In the numerical simulations, a tightly focused (NA = 1.49) radially polarized (RP) beam (a wavelength of 633 nm) with a spiral phase of topological charge l = ±1 is used to illuminate a sample consisting of a 50nmthick cobalt film sandwiched by a silica substrate and air (Figure 3(A)) (see Supplementary Note 2 for details of the simulations). This provides a SPP excitation and generation of a photonic skyrmion at an air/cobalt interface. For the magnetization oriented in a positive z direction, the spin states of opposite skyrmions generated by the RP beams carrying opposite topological charge are shown in Figure 3(B) and (C). This results in the Δγ _{ s } distribution with non negative values (Figure 3(D)), which coincides well with the theoretical calculations using Equation (9) (inset in Figure 3(D)). Corresponding superimposed spin state for the magnetization oriented in a negative z direction shows the opposite sign (Figure 3(E)). It is worth noting that Δγ _{ s } is not attenuated away from the center of the beam despite the high Ohmic losses in a ferromagnetic metal, since the loss influences only the intensity of the wave but not the spin. As predicted by Equation (9), the sign of Δγ_{s} is determined by the orientation of magnetization and can act as an effective indicator for magnetic domain observation.
Figure 3:
As an example, we consider the magnetization of a cobalt film consisting of two individual domains of opposite magnetization with the domain wall located at x = 0 and x = −1 (Figure 3(F) and (G)). The magnetic contrast is clearly observable through the sign of Δγ _{ s }. The crosssectional profiles of Δγ _{ s } marked on Figure 3(F) and (G) with green dashed lines demonstrate a sharp MO contrast with a lateral resolution below 120 nm (light green area in Figure 3(H)). It should be noted that the domain contrast will be smeared at the position where J _{0}(k _{ r } r) ∼ 0 or J _{2}(k _{ r } r) ∼ 0 since, according to Equation (9), Δγ _{ s } for either positive or negative magnetization (Figure 3(D) and (E)) is approaching zero as J _{0}(k _{ r } r) or J _{2}(k _{ r } r) is close to zero, resulting in an overlap between a domain wall and zero points of Δγ _{ s }. Nevertheless, the domain wall is still visible in the Δγ _{ s } maps. Since the resolution depends on the inplane wave vector of the SPP generated at a Co/air interface, higher resolution can be realized by decreasing the incident wavelength, or adding gap layers between cobalt film and air to increase the SPP wave vector.
For inplane magnetization (transversal and longitudinal cases are not defined separately here for the cylindrical symmetry of illumination), η is inhomogeneous along the surface plane and depends on the projection of the local inplane wave vector onto the magnetization direction, resulting in an angle dependent Δγ_{s} as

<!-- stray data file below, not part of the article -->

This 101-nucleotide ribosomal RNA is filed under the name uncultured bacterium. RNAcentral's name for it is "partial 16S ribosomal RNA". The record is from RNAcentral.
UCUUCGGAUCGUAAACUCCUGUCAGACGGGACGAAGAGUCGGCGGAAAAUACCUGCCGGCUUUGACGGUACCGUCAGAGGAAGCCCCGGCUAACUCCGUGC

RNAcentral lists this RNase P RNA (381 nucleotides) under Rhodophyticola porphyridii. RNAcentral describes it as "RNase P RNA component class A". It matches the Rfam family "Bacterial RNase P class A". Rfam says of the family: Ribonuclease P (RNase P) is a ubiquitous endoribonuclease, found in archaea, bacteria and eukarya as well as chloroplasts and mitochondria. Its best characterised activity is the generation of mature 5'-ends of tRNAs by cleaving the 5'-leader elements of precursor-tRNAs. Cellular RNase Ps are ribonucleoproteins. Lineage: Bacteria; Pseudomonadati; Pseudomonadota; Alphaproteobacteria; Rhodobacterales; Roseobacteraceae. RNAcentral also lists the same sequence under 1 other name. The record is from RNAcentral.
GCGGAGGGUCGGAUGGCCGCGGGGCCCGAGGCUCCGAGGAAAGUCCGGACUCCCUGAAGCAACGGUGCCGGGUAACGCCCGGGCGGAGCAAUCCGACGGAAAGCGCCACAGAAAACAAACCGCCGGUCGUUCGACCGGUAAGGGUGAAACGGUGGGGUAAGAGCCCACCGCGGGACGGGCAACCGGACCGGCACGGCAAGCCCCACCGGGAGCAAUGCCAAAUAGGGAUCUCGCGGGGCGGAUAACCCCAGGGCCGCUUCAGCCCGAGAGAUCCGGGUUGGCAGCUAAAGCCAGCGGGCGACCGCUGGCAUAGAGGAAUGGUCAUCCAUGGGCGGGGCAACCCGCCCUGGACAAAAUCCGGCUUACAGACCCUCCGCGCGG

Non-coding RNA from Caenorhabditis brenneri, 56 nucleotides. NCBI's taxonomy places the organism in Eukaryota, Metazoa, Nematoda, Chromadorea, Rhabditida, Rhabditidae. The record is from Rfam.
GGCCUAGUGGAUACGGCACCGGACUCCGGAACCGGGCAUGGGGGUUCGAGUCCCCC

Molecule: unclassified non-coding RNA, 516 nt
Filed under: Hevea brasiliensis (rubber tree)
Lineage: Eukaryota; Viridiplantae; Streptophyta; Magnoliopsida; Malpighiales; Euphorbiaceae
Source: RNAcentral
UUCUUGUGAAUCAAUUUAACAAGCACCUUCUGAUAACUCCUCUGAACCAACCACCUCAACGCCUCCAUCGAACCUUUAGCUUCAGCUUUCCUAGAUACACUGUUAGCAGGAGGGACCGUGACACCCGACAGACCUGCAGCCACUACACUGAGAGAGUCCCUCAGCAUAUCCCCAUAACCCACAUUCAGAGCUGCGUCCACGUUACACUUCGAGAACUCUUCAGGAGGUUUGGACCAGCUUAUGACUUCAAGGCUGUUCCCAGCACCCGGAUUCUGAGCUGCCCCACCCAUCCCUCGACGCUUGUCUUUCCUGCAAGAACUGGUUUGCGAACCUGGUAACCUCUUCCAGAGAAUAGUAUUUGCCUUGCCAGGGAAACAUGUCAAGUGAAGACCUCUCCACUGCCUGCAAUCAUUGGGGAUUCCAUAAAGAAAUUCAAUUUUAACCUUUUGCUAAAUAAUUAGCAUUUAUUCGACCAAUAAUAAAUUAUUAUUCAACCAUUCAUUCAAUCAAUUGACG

where φ _{0} is the magnetization orientation with respect to xaxis and η _{lon} denotes the electric field ratio calculated for the longitudinal magnetization from Equation (3b). In this case, the resulting spin structure cannot be assigned a skyrmion number in the presence of magnetization. Simulated superposed spin states of a pair of opposite skyrmions generated by plasmonic vortices with topological charges l = ±1 (γ _{ s } for opposite skyrmions separately are shown in Figure S1) exhibit a strong dependence on the magnetization direction (Equation (10)), which is determined by φ _{0} (Figure 4(A)–(C)). Although the ‘central zero line’, which is normal to the magnetization direction, in the Δγ _{ s } distributions is of similar appearance to a domain wall in a polar magnetization case in Figure 3(F), its origin is completely different. First of all, from Equation (10), Δγ _{ s } reaches extreme values as J _{0}(k _{ r } r) or J _{2}(k _{ r } r) approaches zero for inplane magnetization (Figure 4(A)–(C)), while for polar magnetization, Δγ _{ s } is approaching zero as J _{0}(k _{ r } r) or J _{2}(k _{ r } r) ∼ 0. This results in the distinguishable spin state patterns between polar and longitudinal magnetizations (cf Figures 3(F) and 4(A)). The modulation of the spin states for inplane magnetization is much smaller than that in a polar case due to the different ratio η, as discussed in Section 2.1. In addition, a cosine function varies slowly near zero points, making the ‘central zero line’ for inplane magnetization much wider in Figure 4(A) than the sharp domain wall in Figure 3(F). As shown in Figure 4(D)–(I), the magnetic domain configuration and magnetization direction is observed in the variation of the spin states. It is worth noting that the sign of the oscillations at the central areas in each of the Δγ _{ s } map in Figure 4 is due to the TE and TM polarized transmission coefficients of the focused beams in the presence of longitudinal magnetization (See Supplementary Note 4 and Figures S2 and S3 for details). The proposed technique can provide 2D domain observation capabilities and, in turn, control of the optical spin patterns in a similar manner (Figure 5).